Research on learning appears to have some basic replicated findings:

  • Humans appear to do better at learning when the lessons are spread over time. Short intensive bursts of attention, when not reinforced in later encounters, threatened later memory retrieval problems. (This fits surveys of alumni finding that the greatest satisfaction with learning among those who as students spent a whole year working on a topic, for example, in a two-semester integrated course sequence.)
  •  “Interleaved learning,” where students study multiple topics in a mix appears to generate more lasting learning than an approach where intensive work on one topic exclusively is then followed by intensive work on a separate topic. (Interdisciplinary work, which treats one problems from multiple perspectives, may feature such properties.)
  • Learning that requires actions on the part of the students outperforms passive learning consistently. (This fits all the experiences of Georgetown faculty introducing project-based and research-based learning into their courses.)

The 50-minute lecture, followed by out-of-class readings, followed by content-based examinations seems far away from these principles.

Other of the principles suggest more coordination among classes within a program, an intentional layering with designed repetition.

Finally, all the research is pointing in the direction of the superior value of learning through action, under the mentorship of one more deeply knowledgeable. Learning in the midst of problem-solving offers a nature layering of actions that would seem quite well suited to the engaged learning that leads to lifetime learning skills.

We’re living at the time in which designing learning environments can truly be guided by well-established research findings. We’re lucky.


If you’re interested in learning about the research lives and scholarly passions of Georgetown faculty, try a listen to the Provost’s Podcast, “Faculty in Research.”  The newest episode is with philosopher/psychologist Nancy Sherman. Listen at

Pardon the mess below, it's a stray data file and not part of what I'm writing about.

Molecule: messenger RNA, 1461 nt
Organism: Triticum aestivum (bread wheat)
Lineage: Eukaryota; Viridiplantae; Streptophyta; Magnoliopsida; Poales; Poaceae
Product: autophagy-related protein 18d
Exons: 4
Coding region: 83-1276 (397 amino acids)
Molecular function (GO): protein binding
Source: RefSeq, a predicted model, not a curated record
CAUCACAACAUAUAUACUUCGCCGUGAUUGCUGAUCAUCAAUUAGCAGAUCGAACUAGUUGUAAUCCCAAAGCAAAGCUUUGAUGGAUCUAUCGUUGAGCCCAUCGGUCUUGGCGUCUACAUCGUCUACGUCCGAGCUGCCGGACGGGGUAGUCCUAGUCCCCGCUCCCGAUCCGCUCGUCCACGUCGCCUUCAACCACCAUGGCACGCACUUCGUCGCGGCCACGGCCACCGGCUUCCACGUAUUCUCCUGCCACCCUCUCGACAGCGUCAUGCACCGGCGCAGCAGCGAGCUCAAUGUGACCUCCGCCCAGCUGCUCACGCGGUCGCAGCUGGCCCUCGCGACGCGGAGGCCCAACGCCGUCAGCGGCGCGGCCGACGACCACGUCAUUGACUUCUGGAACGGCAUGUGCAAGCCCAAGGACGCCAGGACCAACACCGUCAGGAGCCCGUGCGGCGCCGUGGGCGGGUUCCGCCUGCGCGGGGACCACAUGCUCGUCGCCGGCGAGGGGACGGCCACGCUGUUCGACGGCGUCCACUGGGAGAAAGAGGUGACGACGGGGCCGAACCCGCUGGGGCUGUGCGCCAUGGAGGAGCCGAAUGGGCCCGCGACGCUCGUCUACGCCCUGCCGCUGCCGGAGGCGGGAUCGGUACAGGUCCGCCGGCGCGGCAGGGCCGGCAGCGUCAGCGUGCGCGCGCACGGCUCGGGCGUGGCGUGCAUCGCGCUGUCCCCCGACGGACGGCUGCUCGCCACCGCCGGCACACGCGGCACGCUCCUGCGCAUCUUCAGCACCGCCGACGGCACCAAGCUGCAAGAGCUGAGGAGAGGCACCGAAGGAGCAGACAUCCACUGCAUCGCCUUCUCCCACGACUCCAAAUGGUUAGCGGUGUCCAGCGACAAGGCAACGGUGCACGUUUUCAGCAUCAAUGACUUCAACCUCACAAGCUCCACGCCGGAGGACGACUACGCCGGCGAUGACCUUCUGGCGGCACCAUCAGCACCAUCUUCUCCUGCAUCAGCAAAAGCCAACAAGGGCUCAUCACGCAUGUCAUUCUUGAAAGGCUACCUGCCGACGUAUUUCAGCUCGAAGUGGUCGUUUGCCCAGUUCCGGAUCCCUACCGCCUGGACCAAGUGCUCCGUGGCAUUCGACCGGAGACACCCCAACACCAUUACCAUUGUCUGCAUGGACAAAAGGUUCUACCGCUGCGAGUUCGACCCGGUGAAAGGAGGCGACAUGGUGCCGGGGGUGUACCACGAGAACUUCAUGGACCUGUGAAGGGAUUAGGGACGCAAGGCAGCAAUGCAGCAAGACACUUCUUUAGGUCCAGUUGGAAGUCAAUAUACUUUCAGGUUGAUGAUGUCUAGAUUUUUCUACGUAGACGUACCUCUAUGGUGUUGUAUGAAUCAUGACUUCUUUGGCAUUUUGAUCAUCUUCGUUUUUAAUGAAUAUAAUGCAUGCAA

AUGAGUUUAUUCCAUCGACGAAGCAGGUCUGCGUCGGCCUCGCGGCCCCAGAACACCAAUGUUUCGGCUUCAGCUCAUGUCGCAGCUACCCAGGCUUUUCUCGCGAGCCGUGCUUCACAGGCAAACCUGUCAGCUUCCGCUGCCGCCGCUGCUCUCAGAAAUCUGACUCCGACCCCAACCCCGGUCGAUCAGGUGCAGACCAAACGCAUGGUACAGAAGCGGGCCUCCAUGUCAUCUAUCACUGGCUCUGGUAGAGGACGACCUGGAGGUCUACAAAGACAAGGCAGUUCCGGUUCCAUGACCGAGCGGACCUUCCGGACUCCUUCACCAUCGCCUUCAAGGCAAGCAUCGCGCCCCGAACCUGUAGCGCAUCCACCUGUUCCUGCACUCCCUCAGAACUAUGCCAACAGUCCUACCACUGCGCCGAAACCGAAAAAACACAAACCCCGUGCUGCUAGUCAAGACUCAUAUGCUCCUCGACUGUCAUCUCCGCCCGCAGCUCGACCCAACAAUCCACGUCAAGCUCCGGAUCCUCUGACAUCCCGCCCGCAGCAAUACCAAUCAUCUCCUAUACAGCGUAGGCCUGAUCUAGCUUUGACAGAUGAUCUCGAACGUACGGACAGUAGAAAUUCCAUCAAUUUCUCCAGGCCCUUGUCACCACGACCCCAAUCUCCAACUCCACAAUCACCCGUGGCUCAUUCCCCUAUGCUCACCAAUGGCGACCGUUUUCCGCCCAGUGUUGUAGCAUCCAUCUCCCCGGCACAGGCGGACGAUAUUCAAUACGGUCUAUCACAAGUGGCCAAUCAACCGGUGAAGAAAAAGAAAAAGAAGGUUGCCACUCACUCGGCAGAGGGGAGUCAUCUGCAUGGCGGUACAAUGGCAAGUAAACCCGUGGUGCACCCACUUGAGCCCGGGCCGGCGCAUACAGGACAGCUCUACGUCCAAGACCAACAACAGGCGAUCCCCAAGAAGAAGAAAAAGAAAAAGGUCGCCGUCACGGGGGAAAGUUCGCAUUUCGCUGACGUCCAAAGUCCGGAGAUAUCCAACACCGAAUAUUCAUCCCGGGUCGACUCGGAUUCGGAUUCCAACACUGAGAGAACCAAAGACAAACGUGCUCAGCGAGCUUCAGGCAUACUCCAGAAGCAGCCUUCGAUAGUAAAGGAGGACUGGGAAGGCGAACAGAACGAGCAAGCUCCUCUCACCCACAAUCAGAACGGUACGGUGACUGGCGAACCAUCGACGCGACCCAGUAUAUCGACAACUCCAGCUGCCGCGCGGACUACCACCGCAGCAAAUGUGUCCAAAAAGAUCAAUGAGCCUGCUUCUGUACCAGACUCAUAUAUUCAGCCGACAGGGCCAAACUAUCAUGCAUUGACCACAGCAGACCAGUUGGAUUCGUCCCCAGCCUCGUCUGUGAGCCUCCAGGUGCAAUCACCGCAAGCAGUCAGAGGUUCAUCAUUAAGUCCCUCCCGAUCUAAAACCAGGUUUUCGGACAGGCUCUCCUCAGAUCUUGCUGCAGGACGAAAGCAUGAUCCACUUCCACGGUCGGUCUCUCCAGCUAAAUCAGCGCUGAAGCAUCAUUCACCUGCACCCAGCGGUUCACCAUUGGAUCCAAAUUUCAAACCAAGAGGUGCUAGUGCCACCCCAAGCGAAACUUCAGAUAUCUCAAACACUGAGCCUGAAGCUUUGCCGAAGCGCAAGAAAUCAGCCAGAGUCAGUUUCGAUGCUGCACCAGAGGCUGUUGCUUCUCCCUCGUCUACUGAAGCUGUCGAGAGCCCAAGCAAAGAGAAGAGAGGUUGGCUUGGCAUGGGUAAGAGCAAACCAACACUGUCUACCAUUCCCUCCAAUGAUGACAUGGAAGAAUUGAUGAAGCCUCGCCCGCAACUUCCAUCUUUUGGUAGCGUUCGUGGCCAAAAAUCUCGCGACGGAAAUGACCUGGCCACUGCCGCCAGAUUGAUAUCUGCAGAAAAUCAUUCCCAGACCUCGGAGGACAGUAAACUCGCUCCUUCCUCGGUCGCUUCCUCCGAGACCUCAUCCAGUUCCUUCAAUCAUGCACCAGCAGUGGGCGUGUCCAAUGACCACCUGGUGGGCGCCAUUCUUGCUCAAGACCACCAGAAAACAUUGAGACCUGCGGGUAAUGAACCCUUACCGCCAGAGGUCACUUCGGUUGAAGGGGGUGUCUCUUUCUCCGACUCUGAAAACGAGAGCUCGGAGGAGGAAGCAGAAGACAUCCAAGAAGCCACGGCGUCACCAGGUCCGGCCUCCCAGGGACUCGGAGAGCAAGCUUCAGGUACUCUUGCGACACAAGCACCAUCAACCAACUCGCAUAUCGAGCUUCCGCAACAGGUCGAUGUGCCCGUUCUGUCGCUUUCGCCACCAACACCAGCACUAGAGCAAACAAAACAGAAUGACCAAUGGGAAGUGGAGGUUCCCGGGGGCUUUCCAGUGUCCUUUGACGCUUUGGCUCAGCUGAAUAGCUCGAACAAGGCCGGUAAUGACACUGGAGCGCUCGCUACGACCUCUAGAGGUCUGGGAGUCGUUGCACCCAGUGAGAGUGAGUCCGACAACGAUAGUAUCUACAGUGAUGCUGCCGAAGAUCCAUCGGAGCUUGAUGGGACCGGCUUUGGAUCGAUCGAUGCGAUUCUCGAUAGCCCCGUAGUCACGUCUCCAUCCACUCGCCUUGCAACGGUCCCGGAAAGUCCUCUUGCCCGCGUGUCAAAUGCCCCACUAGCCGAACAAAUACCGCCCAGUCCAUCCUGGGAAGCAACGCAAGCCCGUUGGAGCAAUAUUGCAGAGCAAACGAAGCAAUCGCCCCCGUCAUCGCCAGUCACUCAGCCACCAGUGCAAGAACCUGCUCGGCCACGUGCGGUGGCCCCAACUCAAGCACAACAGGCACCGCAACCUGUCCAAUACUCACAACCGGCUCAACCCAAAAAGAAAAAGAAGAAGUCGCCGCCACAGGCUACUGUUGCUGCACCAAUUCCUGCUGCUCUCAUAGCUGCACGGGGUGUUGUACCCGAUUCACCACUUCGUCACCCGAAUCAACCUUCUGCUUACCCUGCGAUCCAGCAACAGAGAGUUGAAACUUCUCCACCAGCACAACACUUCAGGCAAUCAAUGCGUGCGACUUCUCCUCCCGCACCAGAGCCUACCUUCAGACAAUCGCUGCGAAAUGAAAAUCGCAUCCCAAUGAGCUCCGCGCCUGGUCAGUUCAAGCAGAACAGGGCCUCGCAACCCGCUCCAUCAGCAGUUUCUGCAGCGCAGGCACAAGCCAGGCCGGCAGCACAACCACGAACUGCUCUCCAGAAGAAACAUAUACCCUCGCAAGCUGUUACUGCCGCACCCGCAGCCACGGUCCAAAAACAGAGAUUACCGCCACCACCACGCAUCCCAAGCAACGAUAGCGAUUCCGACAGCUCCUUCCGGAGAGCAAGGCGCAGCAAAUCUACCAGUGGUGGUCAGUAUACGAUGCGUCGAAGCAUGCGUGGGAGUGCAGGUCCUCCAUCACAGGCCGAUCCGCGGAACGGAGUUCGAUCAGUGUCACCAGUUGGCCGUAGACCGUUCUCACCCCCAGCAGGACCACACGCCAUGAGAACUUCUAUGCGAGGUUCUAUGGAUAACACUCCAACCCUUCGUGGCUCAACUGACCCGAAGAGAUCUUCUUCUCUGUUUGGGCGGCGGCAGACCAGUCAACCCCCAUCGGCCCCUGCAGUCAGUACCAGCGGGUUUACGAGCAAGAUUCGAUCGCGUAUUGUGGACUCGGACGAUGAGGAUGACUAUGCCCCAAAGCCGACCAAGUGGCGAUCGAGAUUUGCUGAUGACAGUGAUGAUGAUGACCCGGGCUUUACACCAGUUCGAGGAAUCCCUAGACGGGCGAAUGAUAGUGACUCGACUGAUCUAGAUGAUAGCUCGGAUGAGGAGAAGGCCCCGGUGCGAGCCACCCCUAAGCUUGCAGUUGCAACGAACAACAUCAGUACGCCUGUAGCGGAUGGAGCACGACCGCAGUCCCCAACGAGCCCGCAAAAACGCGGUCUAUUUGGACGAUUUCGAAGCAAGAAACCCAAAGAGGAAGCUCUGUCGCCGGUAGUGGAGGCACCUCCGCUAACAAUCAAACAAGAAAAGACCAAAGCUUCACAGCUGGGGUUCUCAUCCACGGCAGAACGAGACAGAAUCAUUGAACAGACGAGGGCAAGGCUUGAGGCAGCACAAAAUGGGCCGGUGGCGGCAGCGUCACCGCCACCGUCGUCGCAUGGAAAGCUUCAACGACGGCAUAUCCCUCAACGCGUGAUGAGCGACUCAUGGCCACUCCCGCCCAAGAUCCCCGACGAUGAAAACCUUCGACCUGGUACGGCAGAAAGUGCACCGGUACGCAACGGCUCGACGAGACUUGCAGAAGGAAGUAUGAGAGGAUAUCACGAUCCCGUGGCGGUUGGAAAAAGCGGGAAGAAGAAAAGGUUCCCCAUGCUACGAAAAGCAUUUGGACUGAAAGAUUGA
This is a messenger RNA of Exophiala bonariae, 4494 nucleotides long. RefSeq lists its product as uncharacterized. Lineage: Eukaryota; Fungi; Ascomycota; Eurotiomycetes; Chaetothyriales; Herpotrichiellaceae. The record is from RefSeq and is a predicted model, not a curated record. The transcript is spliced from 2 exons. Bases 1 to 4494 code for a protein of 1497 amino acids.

Ingredients of Problem-Oriented Centers and Institutes

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Georgetown, as a Jesuit institution, has special mission among universities. Like all of them, its task is to educate the next generation of leaders in many different fields, to expand and disseminate new human knowledge and understanding, and, as an institution, to contribute to the common good of the society.

Unlike some other institutions, however, Georgetown attempts to integrate these three goals. For example, it seeks to form “women and men for others” through its educational activities. This means that the education mission and the common good mission are joined together. It has courses which motivate, design, and implement community outreach and social justice interventions.

Over the past few months, some ideas that are coming to the fore from faculty and students could be characterized as attempts to coordinate not just two, but all three of the goals of the university – formation, inquiry, common good. Indeed, taken together these ideas form a logical evolutionary step for the university. They seek research leading to action serving the common good integrated into the educational activities through new Centers or Institutes.